Tuesday February 22 2011
This was laboratory research in human and mouse cells
BBC News today reported on research that “prevented breast cancer spreading to other organs in mice by blocking a chemical”. The researchers reportedly said that their findings provided "a ‘fantastic drug target’ and were ‘highly likely’ to be used in a clinical setting”.
These researchers analysed tumour cells from women with a type of breast cancer called oestrogen receptor negative (ER-) breast cancer. They found that the presence of higher amounts of a protein called LOXL2 was associated with a poorer prognosis.
In mice, the researchers lowered the amount of LOXL2 produced in cancer cells using either genetic engineering techniques or a chemical inhibitor. They found that this did not alter the rate at which the breast cancer tumour grew, but it did reduce the spread of the cancer to the liver and lungs.
This preliminary research was conducted in cell cultures and mice. This limits its direct relevance to humans at this stage. It has identified a potential target for treatment, however, and breast cancer charities have said that it shows “great promise”.
Where did the story come from?
The study was carried out by researchers from the Institute of Cancer Research. Funding was provided by the Institute of Cancer Research, the Breast Cancer Campaign and Cancer Research UK. The study was published in the peer-reviewed medical journal Cancer Research.
The Daily Express and BBC both reported that this was laboratory-based research in human cells and mice, but the Daily Mail did not mention this.
What kind of research was this?
The researchers were interested in proteins that may be involved in the spread of breast cancer to other parts of the body. They were particularly concerned with a protein called LOXL2, which belongs to a family of five similar proteins, all of which have been implicated in cancer progression. They said previous studies showed that human breast cancer cells that were likely to spread had high levels of LOXL2. Other studies found that samples from more advanced breast cancer tumours generally had higher levels of LOXL2.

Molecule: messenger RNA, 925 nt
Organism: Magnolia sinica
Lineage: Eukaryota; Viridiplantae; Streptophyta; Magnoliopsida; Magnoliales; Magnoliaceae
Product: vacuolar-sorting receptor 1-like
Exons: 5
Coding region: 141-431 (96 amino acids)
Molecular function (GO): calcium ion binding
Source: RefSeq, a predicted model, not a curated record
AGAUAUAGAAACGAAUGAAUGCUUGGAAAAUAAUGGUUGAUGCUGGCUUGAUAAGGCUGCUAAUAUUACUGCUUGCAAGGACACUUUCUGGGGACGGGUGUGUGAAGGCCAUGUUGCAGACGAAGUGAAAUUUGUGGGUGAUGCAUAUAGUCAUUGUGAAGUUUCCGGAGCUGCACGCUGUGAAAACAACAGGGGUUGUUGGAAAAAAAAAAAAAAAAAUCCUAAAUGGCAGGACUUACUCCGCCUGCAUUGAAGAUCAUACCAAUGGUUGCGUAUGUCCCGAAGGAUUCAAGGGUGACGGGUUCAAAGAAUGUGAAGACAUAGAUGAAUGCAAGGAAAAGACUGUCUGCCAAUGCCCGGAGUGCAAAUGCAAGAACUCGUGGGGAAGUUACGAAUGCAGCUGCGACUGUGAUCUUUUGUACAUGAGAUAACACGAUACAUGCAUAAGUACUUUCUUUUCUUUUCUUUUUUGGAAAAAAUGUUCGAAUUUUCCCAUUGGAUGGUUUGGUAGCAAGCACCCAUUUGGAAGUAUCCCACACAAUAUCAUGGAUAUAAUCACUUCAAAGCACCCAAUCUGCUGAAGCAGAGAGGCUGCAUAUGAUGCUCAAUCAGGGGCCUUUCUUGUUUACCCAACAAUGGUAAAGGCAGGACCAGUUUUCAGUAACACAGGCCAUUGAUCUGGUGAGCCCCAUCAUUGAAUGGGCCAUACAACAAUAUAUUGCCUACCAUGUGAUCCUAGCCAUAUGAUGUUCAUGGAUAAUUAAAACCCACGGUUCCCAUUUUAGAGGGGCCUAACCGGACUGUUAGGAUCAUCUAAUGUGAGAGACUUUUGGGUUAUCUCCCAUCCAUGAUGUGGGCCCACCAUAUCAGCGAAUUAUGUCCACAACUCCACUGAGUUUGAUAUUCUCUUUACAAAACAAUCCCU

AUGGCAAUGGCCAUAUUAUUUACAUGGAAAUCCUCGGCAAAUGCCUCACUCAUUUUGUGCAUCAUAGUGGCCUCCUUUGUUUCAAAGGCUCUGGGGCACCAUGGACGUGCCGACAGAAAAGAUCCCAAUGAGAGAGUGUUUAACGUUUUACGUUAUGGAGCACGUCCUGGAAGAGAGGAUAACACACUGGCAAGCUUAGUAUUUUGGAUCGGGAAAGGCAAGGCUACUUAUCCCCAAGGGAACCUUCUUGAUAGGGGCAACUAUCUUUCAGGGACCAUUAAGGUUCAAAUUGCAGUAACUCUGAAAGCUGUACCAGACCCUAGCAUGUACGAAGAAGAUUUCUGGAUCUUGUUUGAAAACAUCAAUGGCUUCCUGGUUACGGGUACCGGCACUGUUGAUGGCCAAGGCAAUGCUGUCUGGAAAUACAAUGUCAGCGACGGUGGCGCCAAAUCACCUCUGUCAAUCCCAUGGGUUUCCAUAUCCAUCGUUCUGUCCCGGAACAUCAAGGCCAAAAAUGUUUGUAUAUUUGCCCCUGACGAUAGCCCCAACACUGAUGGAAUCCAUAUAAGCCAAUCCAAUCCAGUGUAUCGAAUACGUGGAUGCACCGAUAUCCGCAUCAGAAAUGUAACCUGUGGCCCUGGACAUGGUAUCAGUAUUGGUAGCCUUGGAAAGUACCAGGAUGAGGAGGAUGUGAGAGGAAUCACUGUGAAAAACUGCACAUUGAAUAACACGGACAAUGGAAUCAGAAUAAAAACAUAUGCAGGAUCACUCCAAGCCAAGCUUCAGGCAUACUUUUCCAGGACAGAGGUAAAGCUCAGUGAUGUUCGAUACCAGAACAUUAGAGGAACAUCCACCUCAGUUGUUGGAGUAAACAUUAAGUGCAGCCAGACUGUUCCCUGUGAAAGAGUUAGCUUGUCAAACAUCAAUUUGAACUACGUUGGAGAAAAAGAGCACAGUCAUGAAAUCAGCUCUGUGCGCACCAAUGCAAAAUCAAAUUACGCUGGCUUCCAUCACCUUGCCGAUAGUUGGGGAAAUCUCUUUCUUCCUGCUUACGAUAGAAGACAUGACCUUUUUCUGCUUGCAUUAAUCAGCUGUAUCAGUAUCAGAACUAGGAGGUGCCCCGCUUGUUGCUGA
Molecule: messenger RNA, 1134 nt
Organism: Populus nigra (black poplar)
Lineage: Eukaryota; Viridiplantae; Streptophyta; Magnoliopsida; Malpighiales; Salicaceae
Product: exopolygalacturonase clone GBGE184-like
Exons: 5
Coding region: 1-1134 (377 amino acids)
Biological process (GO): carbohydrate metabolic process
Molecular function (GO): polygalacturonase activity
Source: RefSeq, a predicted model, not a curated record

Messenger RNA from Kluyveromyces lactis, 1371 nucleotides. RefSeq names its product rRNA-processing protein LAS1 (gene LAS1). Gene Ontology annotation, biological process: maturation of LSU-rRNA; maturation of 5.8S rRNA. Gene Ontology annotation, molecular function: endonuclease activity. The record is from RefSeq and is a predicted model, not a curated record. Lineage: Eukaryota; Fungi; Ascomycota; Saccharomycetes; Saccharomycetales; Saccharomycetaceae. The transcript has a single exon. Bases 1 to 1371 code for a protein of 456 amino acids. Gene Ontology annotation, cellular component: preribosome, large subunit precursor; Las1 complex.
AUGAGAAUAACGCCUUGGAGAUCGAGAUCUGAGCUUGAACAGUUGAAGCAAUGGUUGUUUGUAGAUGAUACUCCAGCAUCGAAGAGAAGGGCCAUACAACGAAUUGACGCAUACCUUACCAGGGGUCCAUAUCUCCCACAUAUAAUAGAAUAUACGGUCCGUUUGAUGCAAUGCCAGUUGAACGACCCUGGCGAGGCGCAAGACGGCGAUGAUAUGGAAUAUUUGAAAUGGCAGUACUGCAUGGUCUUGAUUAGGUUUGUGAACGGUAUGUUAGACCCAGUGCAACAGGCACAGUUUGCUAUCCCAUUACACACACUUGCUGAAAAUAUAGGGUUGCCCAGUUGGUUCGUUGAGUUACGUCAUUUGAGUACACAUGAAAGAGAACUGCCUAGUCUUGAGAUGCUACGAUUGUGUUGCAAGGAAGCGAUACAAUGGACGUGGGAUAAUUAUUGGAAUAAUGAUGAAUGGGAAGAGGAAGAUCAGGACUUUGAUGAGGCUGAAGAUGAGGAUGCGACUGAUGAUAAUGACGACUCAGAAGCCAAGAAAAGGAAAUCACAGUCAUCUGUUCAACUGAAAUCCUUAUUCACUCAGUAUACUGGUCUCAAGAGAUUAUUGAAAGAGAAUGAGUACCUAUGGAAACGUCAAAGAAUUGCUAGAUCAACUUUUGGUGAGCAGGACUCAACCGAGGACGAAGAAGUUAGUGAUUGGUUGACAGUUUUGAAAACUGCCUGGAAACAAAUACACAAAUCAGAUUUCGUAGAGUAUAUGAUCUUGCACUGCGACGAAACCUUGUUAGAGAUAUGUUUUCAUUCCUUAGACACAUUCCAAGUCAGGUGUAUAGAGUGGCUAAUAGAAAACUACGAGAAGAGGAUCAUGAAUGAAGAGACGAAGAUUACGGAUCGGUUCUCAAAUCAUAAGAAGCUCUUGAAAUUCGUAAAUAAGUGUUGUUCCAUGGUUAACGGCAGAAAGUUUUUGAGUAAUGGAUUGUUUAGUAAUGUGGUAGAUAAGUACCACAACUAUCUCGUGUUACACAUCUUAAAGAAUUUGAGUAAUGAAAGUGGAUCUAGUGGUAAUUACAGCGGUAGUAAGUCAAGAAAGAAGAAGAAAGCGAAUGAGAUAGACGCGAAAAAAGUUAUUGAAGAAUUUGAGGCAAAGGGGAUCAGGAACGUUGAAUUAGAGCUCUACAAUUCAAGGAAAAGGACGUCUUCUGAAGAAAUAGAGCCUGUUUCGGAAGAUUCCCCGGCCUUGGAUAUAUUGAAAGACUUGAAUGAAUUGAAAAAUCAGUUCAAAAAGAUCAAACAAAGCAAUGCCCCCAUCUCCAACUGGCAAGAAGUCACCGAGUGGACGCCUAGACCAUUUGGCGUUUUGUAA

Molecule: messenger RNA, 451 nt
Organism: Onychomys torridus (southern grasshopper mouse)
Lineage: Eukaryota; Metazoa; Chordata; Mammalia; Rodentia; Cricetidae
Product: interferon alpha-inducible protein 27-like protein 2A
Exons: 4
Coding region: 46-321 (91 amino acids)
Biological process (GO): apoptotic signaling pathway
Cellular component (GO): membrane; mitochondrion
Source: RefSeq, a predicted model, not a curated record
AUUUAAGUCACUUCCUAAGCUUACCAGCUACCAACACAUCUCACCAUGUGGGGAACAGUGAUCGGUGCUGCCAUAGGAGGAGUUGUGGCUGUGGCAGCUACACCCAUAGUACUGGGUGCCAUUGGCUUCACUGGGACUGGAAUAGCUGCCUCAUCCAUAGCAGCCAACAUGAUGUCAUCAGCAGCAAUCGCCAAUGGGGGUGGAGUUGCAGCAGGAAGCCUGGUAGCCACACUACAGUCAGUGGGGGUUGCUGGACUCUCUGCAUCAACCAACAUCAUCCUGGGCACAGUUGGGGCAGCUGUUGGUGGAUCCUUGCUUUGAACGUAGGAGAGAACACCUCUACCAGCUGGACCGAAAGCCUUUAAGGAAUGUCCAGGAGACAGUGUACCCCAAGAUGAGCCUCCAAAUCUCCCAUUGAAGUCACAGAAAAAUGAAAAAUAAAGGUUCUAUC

This research was in oestrogen receptor negative tumours. There are different types of breast cancer. Some breast cancer tumour cells are positive for a receptor that is activated by oestrogen (ER+). Treatments for that type of cancer may involve preventing the action of oestrogen on this receptor (hormone therapy).
The researchers said their report is the first to have investigated the relationship between LOXL2 and metastasis (cancer spread) in breast cancer patients.
What did the research involve?
The researchers first investigated how levels of LOXL2 might be associated with cancer development. To do this, they compared the level of LOXL2 in tissue taken from 295 breast tumours with 13 normal breast tissue samples from women having breast reduction surgery and normal tissue from cancer patients. They identified those tumours that were oestrogen receptor negative (72) and measured the levels of LOXL2 in them.
The medical records of the women who had donated the tumour samples were also examined to look for an association between the amount of LOXL2 the tumour cells made and the severity of the cancer.
To investigate the role of LOXL2 in breast cancer metastasis, the researchers used two breast cancer cell lines. One of the cell lines was derived from human breast cancer cells and one from mouse tumours. The cell lines from both human and mouse cancer cells made high levels of LOXL2, and both were also oestrogen receptor negative. The researchers “knocked down” (inhibited) the activity of the LOXL2 gene in the cancer cell lines, reducing the amount of LOXL2 protein that was made. They then examined how this affected how the cancer cells divided (how cancer grows). In further experimentation, they also inhibited the activity of LOXL2 with a chemical called D-Penicillamine.